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August 22, 2012

The Healing Ground, Page 5: Sweet Release

Returning an animal to the wild is the reward for a job well done

All Animals magazine September/October 2012

  • Chewbacca, aka "Chewy," the coyote. Kathy Milani/The HSUS

by Michael Sharp

Over three days in June, over 13 acres in Ramona, life juggles strides, setbacks, and surprises. The fight for survival, for a return to the wild, is constant. It’s everywhere—every animal in a different chapter, every animal facing his own journey home.

A little skunk recovering from a broken leg is out of the medical center, introduced to another pair in an outdoor pen. They feel each other out with a unique dance—grunting, lunging, retreating. Beyond the bamboo siding, coyote pups crash through palm fronds in their new enclosure. And in the medical center, the surviving bobcat kitten sleeps alone in her incubator, her temperature rising auspiciously back toward normal.

On the same morning she discovered the kitten’s dead brother, D’Amico will walk into the large flight enclosure, armed with a net fastened to a long pole. She’ll help flush the birds back and forth. She’ll help find the juvenile red-tailed hawk marked with the No. 96 leg band for identification.

A volunteer will then drive the hawk 13 miles west of here, near the shores of Lake Poway, where 19 days earlier a motorist had seen the bird sitting by the edge of the road. Whenever possible, staff like to return animals to the location they were found, and on this day, ranger Annie Ransom—the first to find him floundering in a bush, wings extended, shivering in the rain—has the honors.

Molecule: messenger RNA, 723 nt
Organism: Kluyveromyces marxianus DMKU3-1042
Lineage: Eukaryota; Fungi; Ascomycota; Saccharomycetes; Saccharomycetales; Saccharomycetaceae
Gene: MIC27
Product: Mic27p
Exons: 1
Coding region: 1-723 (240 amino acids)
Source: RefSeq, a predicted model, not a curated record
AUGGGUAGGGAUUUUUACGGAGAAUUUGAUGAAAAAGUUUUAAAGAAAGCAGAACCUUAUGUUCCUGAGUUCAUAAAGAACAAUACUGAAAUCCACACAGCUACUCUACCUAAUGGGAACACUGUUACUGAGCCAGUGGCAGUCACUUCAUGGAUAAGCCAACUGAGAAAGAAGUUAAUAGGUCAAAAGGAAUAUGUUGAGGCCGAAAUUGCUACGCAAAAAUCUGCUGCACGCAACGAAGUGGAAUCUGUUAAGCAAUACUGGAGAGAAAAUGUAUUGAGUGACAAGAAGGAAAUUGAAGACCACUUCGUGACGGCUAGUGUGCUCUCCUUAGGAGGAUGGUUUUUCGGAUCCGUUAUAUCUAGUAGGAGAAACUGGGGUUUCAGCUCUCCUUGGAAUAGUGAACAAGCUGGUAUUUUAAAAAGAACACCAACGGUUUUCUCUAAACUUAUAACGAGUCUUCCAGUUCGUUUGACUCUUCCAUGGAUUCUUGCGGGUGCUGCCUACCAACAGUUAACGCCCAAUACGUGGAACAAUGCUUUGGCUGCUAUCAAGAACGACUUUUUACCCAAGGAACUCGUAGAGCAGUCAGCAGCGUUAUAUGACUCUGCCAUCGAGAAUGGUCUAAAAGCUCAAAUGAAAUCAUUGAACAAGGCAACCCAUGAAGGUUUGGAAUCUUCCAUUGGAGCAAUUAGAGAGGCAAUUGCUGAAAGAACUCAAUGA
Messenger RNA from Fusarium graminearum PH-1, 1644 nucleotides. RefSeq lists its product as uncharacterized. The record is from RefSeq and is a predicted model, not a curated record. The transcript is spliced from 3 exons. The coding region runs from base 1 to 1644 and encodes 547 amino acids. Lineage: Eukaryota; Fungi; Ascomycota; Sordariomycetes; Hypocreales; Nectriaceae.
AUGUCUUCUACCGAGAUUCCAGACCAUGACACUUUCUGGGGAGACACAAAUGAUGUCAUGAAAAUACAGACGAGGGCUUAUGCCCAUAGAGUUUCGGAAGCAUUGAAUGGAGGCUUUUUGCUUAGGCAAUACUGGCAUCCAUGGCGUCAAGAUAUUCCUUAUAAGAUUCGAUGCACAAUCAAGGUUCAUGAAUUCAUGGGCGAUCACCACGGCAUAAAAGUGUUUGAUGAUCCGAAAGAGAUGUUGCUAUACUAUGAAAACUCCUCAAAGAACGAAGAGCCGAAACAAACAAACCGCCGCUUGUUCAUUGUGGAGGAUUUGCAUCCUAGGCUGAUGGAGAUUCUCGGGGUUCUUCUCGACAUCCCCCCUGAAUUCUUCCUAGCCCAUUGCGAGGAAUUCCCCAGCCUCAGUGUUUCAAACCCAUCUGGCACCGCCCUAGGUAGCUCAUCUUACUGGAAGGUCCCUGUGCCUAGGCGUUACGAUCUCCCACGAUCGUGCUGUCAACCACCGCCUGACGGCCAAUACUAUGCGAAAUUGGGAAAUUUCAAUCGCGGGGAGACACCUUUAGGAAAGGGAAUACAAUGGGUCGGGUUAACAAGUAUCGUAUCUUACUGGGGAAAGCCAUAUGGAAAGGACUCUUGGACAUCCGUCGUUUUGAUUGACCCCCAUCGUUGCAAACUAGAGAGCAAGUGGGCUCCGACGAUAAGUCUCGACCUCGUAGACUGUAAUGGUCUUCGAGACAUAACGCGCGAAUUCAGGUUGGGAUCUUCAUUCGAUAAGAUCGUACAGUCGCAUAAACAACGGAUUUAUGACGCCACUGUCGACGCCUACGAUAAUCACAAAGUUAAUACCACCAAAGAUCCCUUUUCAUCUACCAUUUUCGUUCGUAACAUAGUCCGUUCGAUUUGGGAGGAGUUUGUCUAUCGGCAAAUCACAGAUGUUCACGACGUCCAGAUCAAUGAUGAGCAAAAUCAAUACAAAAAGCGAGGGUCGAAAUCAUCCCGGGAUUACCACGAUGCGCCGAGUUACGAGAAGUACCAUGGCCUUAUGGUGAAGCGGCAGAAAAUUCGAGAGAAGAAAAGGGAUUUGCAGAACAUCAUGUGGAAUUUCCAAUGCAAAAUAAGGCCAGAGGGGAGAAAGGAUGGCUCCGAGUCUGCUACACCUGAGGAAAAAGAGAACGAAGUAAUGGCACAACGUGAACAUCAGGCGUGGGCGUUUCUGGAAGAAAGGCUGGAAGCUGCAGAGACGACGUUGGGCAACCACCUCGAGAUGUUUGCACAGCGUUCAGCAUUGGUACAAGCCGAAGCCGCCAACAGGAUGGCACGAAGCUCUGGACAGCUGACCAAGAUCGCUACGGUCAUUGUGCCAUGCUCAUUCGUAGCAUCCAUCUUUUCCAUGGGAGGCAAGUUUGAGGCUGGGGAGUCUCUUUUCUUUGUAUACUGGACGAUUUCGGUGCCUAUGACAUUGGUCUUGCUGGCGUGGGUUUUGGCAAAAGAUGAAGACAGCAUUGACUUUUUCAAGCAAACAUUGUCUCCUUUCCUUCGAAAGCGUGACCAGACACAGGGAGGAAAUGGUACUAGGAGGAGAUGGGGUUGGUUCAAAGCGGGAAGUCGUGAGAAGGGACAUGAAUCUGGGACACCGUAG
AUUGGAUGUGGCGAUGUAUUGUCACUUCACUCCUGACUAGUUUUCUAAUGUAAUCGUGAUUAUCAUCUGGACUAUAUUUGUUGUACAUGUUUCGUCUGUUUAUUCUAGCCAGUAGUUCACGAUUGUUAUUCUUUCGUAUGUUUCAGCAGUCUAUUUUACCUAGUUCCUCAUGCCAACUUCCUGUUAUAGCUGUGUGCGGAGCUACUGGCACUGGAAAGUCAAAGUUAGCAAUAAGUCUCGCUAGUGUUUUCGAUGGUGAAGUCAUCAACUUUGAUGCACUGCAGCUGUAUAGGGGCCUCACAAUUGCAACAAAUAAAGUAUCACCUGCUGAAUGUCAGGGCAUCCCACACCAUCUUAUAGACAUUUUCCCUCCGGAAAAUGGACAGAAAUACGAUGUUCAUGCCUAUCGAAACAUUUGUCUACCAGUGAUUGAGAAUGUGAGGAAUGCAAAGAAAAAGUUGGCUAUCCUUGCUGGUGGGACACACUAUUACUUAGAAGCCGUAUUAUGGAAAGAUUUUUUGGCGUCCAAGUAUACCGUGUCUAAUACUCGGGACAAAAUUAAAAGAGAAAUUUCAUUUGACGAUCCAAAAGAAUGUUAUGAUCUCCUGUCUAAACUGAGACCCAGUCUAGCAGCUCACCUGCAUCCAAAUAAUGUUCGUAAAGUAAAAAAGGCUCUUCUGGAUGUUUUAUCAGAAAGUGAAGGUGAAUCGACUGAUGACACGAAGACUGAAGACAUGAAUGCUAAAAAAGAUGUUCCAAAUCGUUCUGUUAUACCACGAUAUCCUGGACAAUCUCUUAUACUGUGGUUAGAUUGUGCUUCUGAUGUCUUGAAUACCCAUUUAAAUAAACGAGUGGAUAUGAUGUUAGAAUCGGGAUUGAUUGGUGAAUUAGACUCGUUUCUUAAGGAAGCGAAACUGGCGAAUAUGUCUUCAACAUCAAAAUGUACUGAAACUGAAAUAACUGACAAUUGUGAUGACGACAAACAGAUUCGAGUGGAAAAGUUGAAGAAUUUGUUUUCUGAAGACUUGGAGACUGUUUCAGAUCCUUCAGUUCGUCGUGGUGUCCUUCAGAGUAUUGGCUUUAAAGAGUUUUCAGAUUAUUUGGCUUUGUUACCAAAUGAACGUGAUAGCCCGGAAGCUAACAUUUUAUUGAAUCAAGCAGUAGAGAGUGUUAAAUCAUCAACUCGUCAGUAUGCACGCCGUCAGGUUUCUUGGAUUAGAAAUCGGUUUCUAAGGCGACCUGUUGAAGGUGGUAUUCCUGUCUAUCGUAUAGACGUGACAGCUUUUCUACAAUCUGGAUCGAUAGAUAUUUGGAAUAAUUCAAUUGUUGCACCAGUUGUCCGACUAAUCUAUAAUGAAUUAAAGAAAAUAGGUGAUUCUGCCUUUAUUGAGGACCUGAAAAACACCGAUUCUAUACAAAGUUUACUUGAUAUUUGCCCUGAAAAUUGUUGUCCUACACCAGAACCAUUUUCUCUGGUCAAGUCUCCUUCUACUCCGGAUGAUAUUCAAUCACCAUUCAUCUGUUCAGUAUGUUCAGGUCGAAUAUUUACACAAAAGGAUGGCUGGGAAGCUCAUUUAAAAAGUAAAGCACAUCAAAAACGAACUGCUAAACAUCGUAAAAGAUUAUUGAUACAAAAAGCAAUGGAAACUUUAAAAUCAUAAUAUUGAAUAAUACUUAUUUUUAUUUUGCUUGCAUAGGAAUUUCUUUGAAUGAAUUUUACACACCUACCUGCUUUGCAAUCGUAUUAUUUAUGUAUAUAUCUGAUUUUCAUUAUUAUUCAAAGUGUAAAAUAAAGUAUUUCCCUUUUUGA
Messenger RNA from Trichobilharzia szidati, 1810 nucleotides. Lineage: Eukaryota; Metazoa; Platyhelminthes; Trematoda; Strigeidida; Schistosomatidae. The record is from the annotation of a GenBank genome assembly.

39 Lives: The cats of San Nicolas Island are a Wildlife Center success story »

“Oh, this is a different bird,” she says, admiring the results of his recovery as he’s lifted out of a cardboard carrier. She walks down an empty parking lot, gloved left hand holding his legs, right hand resting gently on his back. She bends slightly, and with a slight boost, she lets him go.

The hawk takes off, banking to his right, landing halfway up a nearby tree. “I can’t describe that feeling,” Ransom says afterward. “… It’s a pitter-patter in the heart.”

Somewhere in the distance, a thick marine layer sits heavy on the western horizon. Residents here know it as the “May grey” and the “June gloom.” But from this parking lot, through these trees, the eye can see only blue skies—and as the hawk lifts off from his branch, the promise of brighter days. 

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